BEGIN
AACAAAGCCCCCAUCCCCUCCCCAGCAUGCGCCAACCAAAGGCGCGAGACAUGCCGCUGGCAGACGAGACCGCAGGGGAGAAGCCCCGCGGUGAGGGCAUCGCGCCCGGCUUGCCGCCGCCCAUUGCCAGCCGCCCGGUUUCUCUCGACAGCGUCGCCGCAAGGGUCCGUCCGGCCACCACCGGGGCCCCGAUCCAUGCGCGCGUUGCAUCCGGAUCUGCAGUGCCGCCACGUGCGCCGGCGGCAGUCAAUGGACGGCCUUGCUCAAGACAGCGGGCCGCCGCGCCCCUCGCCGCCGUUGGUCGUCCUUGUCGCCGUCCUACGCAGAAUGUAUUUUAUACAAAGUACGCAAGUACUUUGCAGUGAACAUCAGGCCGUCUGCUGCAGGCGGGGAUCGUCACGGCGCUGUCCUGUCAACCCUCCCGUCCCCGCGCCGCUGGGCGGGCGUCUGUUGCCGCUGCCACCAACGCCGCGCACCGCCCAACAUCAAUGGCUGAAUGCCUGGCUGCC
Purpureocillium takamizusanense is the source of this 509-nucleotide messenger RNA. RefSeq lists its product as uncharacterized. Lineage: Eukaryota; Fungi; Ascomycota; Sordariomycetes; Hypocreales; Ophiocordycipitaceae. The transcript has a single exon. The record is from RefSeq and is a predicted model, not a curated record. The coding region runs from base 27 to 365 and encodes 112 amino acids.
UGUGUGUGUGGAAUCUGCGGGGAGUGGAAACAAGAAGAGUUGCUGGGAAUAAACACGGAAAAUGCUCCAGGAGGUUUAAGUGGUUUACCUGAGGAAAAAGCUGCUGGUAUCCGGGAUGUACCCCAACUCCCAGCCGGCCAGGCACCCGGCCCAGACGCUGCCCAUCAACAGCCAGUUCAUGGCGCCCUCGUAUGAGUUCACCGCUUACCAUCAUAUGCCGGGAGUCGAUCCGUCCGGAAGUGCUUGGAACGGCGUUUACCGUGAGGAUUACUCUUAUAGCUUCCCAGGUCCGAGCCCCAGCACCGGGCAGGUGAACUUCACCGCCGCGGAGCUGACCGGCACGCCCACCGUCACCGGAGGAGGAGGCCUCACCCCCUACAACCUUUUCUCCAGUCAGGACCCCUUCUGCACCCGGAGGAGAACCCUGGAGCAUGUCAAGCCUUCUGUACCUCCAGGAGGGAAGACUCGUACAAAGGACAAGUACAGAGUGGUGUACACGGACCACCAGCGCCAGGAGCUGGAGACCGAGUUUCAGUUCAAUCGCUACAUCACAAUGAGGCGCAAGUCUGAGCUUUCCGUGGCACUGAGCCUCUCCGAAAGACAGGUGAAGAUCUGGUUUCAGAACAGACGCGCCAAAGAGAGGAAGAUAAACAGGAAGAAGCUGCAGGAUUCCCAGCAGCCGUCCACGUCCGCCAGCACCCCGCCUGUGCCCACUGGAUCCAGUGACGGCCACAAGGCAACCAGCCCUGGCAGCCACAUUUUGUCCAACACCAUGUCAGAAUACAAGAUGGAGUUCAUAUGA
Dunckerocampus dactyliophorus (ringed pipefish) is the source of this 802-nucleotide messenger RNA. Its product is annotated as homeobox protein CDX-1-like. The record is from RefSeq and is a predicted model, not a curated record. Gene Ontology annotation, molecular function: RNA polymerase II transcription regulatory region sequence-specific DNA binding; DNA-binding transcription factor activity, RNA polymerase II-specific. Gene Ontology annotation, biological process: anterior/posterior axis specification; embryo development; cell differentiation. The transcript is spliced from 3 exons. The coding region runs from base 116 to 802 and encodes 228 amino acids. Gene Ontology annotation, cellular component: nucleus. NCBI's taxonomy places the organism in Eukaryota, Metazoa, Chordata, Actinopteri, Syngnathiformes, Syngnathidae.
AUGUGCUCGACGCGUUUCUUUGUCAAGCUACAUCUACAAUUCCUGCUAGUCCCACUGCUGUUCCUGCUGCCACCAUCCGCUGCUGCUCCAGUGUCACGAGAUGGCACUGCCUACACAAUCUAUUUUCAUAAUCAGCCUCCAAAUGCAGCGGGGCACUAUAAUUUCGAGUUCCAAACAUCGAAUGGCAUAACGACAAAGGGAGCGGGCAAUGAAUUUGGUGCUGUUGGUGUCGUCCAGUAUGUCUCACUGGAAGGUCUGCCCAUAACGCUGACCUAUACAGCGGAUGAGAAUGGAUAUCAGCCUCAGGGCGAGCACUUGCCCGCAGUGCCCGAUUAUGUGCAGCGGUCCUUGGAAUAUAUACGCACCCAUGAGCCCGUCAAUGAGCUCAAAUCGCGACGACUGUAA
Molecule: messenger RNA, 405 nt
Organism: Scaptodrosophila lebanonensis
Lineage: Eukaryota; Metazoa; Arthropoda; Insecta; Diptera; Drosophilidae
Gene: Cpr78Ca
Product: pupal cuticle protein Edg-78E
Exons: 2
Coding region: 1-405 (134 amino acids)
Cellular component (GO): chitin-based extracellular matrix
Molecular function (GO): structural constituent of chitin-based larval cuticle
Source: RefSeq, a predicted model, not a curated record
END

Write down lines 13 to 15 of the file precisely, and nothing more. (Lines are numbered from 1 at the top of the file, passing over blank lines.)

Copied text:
Cellular component (GO): chitin-based extracellular matrix
Molecular function (GO): structural constituent of chitin-based larval cuticle
Source: RefSeq, a predicted model, not a curated record